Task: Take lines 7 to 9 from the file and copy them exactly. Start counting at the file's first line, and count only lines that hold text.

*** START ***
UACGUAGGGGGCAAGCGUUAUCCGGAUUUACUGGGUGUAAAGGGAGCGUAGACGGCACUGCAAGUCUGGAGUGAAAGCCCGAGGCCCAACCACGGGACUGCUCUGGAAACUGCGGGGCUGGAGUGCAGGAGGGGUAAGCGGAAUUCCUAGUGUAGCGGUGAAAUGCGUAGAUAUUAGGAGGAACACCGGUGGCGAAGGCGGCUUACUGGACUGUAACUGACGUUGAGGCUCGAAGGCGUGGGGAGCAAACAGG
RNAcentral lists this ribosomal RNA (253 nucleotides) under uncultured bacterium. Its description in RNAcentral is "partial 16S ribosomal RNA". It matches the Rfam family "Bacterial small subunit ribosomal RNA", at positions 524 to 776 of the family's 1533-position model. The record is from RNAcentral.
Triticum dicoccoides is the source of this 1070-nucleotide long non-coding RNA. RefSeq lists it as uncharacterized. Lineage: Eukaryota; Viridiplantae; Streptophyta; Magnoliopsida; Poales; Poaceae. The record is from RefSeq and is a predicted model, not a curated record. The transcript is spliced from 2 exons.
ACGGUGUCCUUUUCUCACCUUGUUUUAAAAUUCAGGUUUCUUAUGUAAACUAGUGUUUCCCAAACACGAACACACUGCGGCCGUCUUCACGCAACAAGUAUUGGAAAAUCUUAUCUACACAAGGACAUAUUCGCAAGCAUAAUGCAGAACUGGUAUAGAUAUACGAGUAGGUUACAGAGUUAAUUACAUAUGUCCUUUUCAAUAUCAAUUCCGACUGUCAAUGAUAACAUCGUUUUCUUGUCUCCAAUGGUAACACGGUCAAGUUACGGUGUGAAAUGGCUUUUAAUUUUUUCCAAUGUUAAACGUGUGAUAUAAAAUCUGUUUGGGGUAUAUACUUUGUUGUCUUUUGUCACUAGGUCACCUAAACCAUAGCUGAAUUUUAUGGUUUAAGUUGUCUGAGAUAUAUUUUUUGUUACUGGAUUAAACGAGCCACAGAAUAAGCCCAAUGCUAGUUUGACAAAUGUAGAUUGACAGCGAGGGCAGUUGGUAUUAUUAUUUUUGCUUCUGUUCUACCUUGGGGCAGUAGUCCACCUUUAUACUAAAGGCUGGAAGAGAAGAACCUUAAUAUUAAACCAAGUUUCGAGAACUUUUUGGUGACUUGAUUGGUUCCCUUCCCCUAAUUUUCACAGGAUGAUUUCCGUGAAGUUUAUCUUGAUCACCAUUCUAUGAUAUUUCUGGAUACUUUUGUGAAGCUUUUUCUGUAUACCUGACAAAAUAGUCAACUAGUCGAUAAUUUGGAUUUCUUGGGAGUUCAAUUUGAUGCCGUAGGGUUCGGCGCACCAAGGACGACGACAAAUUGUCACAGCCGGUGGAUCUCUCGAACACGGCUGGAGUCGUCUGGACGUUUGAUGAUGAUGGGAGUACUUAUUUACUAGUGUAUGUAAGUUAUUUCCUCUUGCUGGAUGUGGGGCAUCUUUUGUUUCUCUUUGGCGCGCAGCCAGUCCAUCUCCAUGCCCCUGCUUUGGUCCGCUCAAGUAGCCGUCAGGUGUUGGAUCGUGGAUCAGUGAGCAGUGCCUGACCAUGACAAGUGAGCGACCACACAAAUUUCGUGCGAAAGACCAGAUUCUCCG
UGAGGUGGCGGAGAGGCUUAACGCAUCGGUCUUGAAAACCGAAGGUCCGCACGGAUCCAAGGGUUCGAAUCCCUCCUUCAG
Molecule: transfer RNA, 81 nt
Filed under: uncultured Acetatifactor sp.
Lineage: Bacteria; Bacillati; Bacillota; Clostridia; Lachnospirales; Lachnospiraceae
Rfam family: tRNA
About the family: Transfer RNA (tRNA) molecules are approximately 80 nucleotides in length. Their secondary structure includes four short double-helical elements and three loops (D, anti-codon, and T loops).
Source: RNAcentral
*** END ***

Filed under: uncultured Acetatifactor sp.
Lineage: Bacteria; Bacillati; Bacillota; Clostridia; Lachnospirales; Lachnospiraceae
Rfam family: tRNA